We now welcome the recent publication of a proposed treatment algorithm based on expert consensus for managing RAASi-associated hyperkalaemia in patients with heart failure . The algorithm details a methodology for prescribing patiromer, importantly recommending its use when potassium levels are ≥5.1 mmol/L. It also provides advice on the frequency of electrolyte monitoring, while a patient is receiving a potassium binder and after RAASi doses are adjusted. We envisage this will support the development of clinical practice guidelines for our heart failure services and may permit them to execute both patiromer prescribing and RAASi titration under a single service framework as opposed to our current model. This will be an important step to help increase the accessibility of patiromer and afford prompt RAASi titration.
A quarter of patients discontinued patiromer due to an intolerance, the most common cause being gastrointestinal side effects. This is a well-recognized issue and occurred in 18% of our cohort, similar to figures observed in trial data: 17% of patients in the OPAL-HK trial  and 21% of patients in the PEARL-HF trial .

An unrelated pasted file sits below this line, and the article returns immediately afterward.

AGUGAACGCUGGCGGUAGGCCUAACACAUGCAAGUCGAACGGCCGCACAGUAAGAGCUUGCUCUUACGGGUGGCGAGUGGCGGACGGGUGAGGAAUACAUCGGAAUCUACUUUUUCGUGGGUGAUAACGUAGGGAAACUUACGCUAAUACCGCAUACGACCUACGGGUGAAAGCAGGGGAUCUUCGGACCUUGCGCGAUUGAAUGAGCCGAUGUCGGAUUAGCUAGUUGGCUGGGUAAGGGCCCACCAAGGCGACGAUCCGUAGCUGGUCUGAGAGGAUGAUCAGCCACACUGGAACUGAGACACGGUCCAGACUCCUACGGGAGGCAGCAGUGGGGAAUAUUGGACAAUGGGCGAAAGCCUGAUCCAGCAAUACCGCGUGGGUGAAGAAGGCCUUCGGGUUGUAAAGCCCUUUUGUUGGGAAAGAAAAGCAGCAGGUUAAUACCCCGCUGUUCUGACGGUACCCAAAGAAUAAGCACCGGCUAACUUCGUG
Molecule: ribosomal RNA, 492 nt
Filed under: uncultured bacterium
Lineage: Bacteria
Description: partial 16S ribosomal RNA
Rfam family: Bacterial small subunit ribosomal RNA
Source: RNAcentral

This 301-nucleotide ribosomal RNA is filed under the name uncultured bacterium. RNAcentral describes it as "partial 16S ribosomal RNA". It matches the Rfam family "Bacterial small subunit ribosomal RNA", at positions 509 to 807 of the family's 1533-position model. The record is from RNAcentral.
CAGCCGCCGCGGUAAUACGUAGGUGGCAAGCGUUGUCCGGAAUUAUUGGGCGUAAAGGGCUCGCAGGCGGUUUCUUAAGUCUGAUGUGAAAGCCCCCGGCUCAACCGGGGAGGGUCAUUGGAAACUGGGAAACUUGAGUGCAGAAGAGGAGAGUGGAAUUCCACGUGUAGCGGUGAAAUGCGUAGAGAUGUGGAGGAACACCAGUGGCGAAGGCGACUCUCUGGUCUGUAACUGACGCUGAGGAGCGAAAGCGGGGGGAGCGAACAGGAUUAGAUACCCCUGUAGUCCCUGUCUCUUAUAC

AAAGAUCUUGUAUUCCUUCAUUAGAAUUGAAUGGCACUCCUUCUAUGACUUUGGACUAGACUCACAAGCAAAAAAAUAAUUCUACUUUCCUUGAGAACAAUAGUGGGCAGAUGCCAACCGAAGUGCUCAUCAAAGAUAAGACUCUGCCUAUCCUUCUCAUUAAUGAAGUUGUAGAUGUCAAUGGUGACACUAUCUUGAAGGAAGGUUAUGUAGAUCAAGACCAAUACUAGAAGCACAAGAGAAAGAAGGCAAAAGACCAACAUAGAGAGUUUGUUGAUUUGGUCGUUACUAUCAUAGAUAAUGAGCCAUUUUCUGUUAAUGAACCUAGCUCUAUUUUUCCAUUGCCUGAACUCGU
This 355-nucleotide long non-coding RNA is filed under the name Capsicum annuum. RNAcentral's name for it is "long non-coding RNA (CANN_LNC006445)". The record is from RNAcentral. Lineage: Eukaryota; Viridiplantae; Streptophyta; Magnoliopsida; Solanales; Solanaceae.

Hypomagnesaemia can also arise with patiromer treatment, but mean serum magnesium levels were within normal limits at follow-up in our cohort and no patients required supplementation. In the patient taking SZC, peripheral swelling or oedema did not arise. While the eGFR did fall in 8 patients (40%) who continued with a potassium binder, these patients all experienced an increase in their RAASi prescription during follow-up and there was no statistical difference between the eGFR at referral and at patients’ last clinic visit.
Strengths and Limitations